Friday, 30 August 2013

1980s: Arsenal and the transfer deadline day

I'm sure most of us Arsenal fans would agree that this is Arsene Wenger's most important transfer window since, well, the last one. Failure to invest wisely could spell trouble for both manager and club, and leave plenty of us gnashing our teeth and banging our heads against the nearest brick wall come deadline day. Am I prepared to put myself through another torturous deadline day ordeal on Monday September 2? Of course I am, yet I'm not holding my breath that anything exciting will happen (if you read this after we have signed Di Maria, Ozil and Benzema, then I am happy to be proved wrong).

Tuesday, 27 August 2013

1980 US Open: Borg v McEnroe

Think of the Bjorn Borg-John McEnroe duels and generally the mind instantly shoots back to 1980, that classic Wimbledon final, containing that magical tie-break, with the cool Swede eventually coming out on top in five thrilling sets that seemed to define the pair and their rivalry. But barely two months later came another encounter which, as Dennis Norden would have no doubt stated, could have been filed under the category of all-time great matches. The 1980 US Open final may not receive the same plaudits and recognition as the preceding major, certainly not in Britain at least, yet for both men it would mark a significant moment in their respective careers.

Sunday, 18 August 2013

1985 Challenge Cup final: Wigan v Hull

If I think back to the sporting year of 1985, I can instantly relate to Marty McFly and his desperation to return to that period of time. From that world snooker final to Europe's Ryder Cup triumph, via McGuigan's Loftus Road glory, Lyle's Open win, Mansell's breakthrough, to the arrival of Becker at SW19, it was a time of my life when sport seeped into every pore of my body. My discovery of new sports, such as cricket, thanks to England's Ashes victory, seemed almost pre-destined, and has helped make me the slightly obsessive person that I am today.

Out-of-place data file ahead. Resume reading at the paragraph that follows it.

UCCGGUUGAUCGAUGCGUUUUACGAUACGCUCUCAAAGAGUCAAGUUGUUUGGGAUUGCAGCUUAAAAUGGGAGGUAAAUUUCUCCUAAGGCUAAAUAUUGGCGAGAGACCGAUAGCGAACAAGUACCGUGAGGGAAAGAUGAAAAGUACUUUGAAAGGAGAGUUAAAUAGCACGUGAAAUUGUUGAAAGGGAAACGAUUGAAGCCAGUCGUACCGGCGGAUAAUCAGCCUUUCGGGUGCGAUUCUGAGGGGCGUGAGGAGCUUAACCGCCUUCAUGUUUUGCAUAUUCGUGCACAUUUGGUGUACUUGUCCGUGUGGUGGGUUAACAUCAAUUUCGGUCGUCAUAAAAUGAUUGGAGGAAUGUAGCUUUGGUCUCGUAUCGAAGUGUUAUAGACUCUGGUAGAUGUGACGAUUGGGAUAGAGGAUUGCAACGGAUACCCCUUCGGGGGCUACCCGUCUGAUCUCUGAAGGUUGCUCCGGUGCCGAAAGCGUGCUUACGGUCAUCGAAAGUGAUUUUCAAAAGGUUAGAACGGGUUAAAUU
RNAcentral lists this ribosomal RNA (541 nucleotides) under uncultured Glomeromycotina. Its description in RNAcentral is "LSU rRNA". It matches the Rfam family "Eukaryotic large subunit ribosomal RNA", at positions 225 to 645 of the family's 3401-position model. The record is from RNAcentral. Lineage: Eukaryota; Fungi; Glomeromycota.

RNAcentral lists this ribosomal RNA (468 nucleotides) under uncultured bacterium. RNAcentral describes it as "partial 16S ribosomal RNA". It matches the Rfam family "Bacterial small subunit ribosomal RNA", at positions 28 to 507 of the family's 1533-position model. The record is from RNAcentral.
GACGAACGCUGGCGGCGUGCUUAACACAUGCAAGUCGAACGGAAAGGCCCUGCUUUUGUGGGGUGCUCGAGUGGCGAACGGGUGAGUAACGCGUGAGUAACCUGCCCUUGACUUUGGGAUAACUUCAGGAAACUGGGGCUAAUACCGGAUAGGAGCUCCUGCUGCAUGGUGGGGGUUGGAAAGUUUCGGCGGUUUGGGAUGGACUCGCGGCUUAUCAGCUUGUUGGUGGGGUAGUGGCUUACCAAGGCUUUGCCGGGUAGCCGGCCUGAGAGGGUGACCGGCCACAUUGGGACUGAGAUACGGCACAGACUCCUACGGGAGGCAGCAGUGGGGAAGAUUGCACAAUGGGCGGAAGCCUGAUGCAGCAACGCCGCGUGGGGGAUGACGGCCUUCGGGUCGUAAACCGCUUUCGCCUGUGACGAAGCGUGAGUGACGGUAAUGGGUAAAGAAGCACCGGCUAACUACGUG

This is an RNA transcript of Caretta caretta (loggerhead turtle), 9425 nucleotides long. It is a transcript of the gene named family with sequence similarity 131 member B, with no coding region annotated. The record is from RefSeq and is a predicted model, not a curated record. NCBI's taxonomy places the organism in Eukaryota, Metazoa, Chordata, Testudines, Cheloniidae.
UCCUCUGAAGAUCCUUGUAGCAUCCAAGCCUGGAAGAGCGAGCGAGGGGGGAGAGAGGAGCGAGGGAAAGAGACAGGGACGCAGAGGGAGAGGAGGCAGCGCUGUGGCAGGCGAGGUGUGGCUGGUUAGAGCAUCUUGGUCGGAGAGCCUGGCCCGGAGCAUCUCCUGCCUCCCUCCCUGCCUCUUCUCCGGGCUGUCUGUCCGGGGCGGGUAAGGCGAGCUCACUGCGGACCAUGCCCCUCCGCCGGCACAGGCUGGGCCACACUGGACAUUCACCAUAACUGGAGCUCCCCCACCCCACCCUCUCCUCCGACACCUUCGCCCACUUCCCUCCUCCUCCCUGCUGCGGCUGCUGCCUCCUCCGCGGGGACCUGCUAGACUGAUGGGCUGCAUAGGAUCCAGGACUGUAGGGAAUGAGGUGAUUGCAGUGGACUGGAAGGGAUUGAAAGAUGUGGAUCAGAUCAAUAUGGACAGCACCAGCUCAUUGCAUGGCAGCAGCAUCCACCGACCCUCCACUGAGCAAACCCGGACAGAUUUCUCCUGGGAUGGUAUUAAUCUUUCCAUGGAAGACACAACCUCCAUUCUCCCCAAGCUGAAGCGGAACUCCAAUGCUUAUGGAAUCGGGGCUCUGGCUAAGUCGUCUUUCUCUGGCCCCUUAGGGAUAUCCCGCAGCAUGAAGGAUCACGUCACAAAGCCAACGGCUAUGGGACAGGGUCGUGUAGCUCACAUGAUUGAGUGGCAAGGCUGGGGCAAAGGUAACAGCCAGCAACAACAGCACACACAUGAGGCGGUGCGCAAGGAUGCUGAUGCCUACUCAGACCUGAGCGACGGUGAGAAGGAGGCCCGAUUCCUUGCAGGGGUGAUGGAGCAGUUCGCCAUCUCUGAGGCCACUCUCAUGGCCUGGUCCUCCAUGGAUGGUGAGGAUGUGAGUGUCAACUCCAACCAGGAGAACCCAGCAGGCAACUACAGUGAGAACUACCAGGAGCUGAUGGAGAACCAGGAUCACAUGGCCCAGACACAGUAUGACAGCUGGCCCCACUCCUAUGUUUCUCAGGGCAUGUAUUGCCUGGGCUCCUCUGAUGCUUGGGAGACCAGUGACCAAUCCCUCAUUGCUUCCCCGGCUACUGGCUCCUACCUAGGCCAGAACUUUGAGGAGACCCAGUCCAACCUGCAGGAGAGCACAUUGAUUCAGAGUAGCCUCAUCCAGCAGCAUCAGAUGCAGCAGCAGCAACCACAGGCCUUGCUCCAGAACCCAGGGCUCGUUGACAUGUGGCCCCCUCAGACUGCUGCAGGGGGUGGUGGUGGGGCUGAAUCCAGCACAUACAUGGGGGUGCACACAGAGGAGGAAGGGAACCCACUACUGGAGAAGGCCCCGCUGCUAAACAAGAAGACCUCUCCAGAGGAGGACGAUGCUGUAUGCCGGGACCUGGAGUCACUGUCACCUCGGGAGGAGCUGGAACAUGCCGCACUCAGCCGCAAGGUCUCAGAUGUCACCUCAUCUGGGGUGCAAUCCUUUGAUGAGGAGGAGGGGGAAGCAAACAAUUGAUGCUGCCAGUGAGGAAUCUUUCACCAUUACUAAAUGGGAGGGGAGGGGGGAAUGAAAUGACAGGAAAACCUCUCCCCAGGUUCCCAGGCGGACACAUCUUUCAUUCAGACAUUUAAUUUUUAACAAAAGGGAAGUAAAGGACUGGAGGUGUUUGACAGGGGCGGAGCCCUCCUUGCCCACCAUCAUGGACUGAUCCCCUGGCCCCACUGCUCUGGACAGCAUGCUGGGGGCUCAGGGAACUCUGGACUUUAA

Sunday, 4 August 2013

1988 US PGA: Jeff Sluman

As the 1988 US PGA championship neared, the golfing nation of America continued to search for their next hero, someone to take over the mantle of world leader in the manner of a Palmer, Nicklaus or Watson. Curtis Strange may have won the 1988 US Open, but there was a feeling of trepidation as the final major of the year approached, that America had been overtaken as the premier force in the sport, and with the continent of Europe scooping three of the last five majors played, plus the last two Ryder Cups, the shift in power seemed significant.